Los Alamos National Laboratory

Los Alamos National Laboratory

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Students Receive DOE Research Awards

Cory Windorff and Justin Pagano received DOE grants to pursue research.

The SCGSR program helps graduate students pursue careers

Chemistry Division graduate student Cory Windorff (C-IIAC) has been selected to receive a 2016 DOE Office of Science Graduate Student Research (SCGSR) award. He is the second Chemistry student to receive this award in recent years. The first, Justin Pagano, received his in 2014. Both Windorff and Pagano are in the Isotope, Inorganic, and Actinide Chemistry Group.

Cory Windorff
Chemistry Division graduate student Cory Windorff (C-IIAC) has been selected to receive a 2016 DOE Office of Science Graduate Student Research (SCGSR) award.

The SCGSR program helps graduate students pursue careers in science, technology, engineering, or mathematics in areas critical to DOE missions by providing opportunities at DOE laboratories. It grants funds for awardees to conduct part of their thesis research in collaboration with a DOE scientist for up to a year.

Cory Windorff’s SCGSR award will run for a full year and along with his mentors Dr. Andrew Gaunt and Dr. Stosh Kozimor he will be studying the synthesis and characterization of actinide +2 ions. The +2 oxidation state was recently found for the lanthanides thorium and uranium, and his project will extend the search to plutonium. The purpose of this work with new oxidation states is to expand basic understanding of the elements in terms of their bonding and electronic structure.

Windorff says, “The majority of the lanthanides are considered to only have a +3 state (with a few exceptions), but we have shown the +2 is potentially accessible for all of the available lanthanides. Thorium is primarily +4, +3 is rare, so it was quite surprising to isolate +2. Uranium has a wide range of available oxidation states (+3 to +6), and the +2 has, recently isolated by Evans, has been sought for over 30 years.”

He and his co-workers will be attempting to extend their research to heavier elements and determine if transuranic elements (namely plutonium) can also access the +2 oxidation state. Plutonium seems a likely candidate, as its chemistry is lies between the actinides and the lanthanides. They have been working with a tris-cyclopentadienyl ligand set, [(C5H4SiMe3)3]3-, for all their metals of interest. The team he is on is characterizing the complexes by single crystal X-ray diffraction to obtain the molecular structure. This is important as there are no published structures of organoplutonium molecules, so the nature of the plutonium bond has not been analytically examined, meaning that metal-carbon bond length has yet to be established.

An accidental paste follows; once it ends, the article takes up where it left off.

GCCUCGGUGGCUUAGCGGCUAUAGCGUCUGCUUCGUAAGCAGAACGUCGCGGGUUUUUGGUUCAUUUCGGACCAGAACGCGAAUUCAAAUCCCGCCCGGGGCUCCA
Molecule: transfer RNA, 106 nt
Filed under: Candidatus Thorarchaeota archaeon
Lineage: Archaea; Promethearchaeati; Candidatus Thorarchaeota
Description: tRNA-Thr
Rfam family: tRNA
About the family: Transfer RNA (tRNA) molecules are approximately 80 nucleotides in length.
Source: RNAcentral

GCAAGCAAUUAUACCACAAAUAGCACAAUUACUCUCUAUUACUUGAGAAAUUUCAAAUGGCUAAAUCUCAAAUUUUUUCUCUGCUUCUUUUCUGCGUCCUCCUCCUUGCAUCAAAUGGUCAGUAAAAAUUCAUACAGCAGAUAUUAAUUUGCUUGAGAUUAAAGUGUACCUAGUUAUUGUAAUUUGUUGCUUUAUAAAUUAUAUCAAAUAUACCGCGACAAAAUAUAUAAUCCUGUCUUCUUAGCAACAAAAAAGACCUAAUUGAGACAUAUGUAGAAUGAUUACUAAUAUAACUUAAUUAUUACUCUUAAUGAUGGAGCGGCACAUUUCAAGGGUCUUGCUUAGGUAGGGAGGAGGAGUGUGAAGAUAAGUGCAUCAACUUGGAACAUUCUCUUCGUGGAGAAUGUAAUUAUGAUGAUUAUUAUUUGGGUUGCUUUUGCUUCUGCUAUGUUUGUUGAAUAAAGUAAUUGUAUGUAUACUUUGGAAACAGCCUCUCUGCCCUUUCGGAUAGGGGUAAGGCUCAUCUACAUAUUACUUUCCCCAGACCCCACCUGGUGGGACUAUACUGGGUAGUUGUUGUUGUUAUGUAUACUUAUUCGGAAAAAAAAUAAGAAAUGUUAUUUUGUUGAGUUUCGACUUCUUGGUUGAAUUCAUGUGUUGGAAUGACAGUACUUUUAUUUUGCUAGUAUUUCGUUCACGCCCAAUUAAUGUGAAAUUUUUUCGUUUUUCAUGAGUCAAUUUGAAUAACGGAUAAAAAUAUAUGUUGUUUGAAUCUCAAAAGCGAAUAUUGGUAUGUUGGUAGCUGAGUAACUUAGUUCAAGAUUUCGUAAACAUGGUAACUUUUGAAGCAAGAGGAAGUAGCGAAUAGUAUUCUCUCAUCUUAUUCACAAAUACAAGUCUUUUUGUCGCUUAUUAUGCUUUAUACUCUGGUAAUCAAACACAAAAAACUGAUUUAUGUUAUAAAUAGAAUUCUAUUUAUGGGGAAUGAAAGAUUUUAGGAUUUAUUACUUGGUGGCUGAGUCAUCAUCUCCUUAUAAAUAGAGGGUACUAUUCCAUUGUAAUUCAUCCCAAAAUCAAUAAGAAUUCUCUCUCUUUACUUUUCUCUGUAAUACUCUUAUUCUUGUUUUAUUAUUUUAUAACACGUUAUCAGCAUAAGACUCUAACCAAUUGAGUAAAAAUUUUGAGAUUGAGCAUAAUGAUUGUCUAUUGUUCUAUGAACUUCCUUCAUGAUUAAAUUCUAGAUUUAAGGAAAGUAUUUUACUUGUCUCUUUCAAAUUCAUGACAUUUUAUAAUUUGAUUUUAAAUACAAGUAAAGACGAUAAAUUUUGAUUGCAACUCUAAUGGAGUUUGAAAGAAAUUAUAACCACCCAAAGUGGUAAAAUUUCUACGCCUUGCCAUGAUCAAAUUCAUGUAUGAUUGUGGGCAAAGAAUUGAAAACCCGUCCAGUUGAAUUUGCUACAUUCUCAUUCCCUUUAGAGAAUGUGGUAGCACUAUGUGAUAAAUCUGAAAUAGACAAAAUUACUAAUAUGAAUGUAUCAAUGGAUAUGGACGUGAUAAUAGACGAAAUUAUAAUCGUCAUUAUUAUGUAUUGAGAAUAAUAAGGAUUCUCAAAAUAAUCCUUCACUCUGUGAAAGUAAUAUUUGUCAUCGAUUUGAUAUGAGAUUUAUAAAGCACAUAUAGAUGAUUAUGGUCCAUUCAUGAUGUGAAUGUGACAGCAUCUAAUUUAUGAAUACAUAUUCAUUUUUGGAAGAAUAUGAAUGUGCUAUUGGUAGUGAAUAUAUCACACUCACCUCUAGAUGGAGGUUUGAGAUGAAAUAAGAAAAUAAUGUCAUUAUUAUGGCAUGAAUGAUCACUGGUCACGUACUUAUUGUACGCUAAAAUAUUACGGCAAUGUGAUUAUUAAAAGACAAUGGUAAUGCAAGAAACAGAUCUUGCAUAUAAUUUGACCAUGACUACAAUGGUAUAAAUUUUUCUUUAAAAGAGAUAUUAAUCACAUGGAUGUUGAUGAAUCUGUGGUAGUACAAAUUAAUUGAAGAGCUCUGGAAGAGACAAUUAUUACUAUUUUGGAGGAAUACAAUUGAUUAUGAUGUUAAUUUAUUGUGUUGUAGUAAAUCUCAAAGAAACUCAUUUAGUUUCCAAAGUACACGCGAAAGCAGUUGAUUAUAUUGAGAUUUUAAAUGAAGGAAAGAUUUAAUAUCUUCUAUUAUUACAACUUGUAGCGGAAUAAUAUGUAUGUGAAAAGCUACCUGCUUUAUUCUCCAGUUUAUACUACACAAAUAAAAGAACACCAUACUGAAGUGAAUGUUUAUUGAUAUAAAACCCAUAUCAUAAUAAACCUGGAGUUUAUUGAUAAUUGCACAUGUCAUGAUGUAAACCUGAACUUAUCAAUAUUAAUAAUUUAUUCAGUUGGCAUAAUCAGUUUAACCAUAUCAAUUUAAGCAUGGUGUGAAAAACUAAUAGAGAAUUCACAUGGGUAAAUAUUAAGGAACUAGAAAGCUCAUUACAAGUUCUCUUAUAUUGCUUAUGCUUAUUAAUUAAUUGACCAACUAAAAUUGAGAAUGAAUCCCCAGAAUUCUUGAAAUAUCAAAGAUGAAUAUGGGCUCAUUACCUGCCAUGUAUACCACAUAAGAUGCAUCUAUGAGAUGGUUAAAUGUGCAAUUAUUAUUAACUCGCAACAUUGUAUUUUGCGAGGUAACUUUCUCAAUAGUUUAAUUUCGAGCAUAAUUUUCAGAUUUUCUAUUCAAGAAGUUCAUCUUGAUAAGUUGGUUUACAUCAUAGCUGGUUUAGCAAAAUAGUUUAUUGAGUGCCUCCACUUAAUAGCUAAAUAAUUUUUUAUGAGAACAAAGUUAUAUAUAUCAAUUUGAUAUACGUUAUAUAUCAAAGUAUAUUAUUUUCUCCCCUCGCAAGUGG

Windorf started at Los Alamos in October of 2015, and he is also working on recording and interpreting X-ray absorption spectroscopy data on actinide molecules. He is studying inorganic chemistry at the University of California-Irvine and he anticipates finishing his PhD in June 2017.

Justin Pagano
Justin Pagano was a 2014 SCGSR winner.

Justin Pagano was a 2014 SCGSR winner. His award work took place at the Laboratory from February 2015 to December 2015 under the mentorship of Dr. Jaqueline Kiplinger. He is currently enrolled at the University of Vermont where he is studying chemistry and anticipates finishing up his Ph.D. in the Fall of 2016.

Pagano received his award to investigate the ability of triamidoamine-supported thorium and uranium complexes with the intent to achieve unique reactivity for main-group bond-forming reactions. However, his work scope broadened significantly and he ended up studying both the use of phenylsilane as a safe alternative to hydrogen gas for the synthesis of actinide hydrides, and the synthesis of actinide metallacycles to compare to transition-metal compounds, which allows for the comparison of "traditional" organometallic chemistry to f-element chemistry to better understand the role of f-orbitals and f-electrons in the electronic structure and bonding of the actinides.

Pagano says that one valuable aspect of the work was the ability to work in a radiation laboratory and handle actinides, capabilities not available at most universities. In his words, “Winning this award has meant the world to my research. I learned so, so much about synthetic chemistry during my time at LANL, especially from Dr. Kiplinger, who is an awesome mentor. The skills and laboratory techniques I learned have really allowed me to power through some new research back here at UVM, and have allowed me to pass this knowledge down to my younger group members. The work I performed last year has already resulted in two first-author publications and a second-author publication, with quite a few more on the horizon, which is incredibly important to my professional growth. Overall, the award was a great experience and I would definitely encourage anyone who is eligible to apply and see what it's like to work in a national lab.”


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